Slide of the Week: Douglas Maynard, PhD

3.20.17

Maynard Slide of the Week 2017 

Title: Diagnosing Autism: Interaction Order and the Use of Narrative in Clinical Talk

Legend: As researchers have investigated the socio-historical conditions responsible for the upsurge in autism spectrum disorder (ASD) diagnosis, they have neglected how clinicians determine the diagnoses in local encounters in the first place. We investigate how the interaction order of the clinic articulates with larger-scale historical forces that have affected the definition and distribution of ASD. Data from three decades exhibit clinicians’ regular use of narrative practices as they transform shifting conceptions of autism into diagnostic determinations. Parents as well as clinicians participate in the clinic’s interaction order, drawing on its resources to negotiate the meaning of autism in each historical era.

Citation: Douglas W. Maynard and Jason Turowetz. (With Waverly Duck, Trini Stickle, and Adam Talkington.) Accepted with revisions. Social Psychology Quarterly.

Abstract: The sociological literature on (ASD) has concentrated on the distribution of the diagnosis within populations and the institutional determinants of this process. Responding to Hacking’s (2004) call for a “Goffmanian” mode of analysis to complement, and balance, the emphasis on large-scale transformations and discourses, our question is how clinicians produce findings consistent with ASD diagnosis, and convey the findings and diagnoses to each other and then to families. Accordingly, this paper also goes beyond previous research on the delivery and reception of diagnostic news to explore how clinicians determine a diagnosis in the first place. Using recordings and transcripts of clinical visits across two eras, we show how clinicians deploy narrative components to interpret their tests and other data, formulate findings, and communicate diagnoses to family members and other caretakers.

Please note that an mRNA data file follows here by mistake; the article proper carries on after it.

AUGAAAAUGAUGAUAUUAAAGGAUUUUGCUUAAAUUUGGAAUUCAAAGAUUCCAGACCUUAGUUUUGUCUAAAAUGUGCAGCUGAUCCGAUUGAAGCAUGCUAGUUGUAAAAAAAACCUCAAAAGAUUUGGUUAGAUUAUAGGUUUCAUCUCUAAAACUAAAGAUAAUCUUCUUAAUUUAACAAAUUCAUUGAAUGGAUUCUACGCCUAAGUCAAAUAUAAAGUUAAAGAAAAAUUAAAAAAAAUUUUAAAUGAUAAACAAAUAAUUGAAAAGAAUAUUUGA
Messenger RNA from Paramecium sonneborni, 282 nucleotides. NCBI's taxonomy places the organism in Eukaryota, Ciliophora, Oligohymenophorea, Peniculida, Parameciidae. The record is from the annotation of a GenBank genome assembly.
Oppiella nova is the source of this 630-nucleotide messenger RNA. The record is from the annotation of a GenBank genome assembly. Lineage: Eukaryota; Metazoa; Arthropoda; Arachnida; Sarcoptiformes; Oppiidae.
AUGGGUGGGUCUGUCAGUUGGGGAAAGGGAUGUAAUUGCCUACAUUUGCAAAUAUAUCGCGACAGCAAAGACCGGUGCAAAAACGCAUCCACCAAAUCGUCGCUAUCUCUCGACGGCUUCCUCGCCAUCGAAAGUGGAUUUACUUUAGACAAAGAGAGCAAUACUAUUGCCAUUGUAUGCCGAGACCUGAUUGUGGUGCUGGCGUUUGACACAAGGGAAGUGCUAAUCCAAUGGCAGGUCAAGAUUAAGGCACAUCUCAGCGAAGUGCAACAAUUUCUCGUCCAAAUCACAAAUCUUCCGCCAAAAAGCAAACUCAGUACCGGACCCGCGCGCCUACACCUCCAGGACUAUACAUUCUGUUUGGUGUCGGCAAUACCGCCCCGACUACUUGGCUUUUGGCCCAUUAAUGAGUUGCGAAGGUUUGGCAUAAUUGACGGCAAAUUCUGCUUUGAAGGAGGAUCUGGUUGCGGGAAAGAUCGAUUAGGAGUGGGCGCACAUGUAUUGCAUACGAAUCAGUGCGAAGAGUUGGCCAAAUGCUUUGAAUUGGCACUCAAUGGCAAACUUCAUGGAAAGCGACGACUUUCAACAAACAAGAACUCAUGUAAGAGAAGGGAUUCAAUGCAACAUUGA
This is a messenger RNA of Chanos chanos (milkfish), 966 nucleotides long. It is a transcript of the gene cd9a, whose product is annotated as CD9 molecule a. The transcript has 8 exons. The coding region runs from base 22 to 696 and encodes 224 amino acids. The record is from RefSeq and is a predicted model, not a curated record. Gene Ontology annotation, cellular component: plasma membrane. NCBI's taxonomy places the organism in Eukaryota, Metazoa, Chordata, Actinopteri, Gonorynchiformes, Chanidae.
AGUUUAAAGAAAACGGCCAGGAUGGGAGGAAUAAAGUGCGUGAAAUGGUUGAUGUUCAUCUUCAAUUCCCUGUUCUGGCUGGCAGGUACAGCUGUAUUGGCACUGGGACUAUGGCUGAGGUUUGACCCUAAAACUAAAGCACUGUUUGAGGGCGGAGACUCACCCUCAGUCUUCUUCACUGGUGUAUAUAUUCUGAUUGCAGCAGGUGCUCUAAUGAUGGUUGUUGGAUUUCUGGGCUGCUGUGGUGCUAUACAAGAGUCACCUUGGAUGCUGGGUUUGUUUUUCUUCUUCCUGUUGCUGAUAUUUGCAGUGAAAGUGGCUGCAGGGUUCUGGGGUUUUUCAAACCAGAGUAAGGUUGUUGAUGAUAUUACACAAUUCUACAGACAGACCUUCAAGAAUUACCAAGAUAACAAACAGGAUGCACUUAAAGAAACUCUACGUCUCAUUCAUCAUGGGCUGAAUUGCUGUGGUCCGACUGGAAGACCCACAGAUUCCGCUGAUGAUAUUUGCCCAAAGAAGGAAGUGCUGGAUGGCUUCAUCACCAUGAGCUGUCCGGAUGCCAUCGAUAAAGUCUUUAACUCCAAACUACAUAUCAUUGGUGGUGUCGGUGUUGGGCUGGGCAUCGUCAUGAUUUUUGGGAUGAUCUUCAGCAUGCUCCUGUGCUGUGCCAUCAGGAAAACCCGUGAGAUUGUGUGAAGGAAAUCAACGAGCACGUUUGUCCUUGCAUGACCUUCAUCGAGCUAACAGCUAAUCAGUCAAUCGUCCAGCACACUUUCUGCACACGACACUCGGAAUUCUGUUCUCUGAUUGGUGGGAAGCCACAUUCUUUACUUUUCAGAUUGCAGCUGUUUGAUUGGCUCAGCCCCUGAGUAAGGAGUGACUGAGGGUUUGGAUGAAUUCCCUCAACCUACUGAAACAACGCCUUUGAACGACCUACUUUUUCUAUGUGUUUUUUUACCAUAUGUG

About the Lab: The goal of the Maynard Lab is to study the diagnostic process involving ASD. We have a grant from the National Science Foundation to study both the testing of children, the discussions whereby clinicians put their testing and other information together to decide on a diagnosis, and then present the diagnosis to parents or others. For the testing part, we are interested in “directive-response” sequences, wherein clinicians are able to elicit the cooperation necessary to deliver questions and get answers, or to be able to observe how children act or react in different circumstances. For the diagnostic part, we are interested in the narrative means by which clinicians draw on clinical and other evidence to ascertain what kind of diagnosis (such as ASD) does or does not fit the profile of a particular child. Such diagnostic decision-making is not easy, in part because there are no bio-markers or other straightforward indicators that can be used. However, clinicians are skillful in ways that they use not only the various kinds of evidence at hand, including their own tests, but also interviews with parents, and information from schools, pediatricians and elsewhere. Diagnosis is putting all the pieces together using narrative inquiry.

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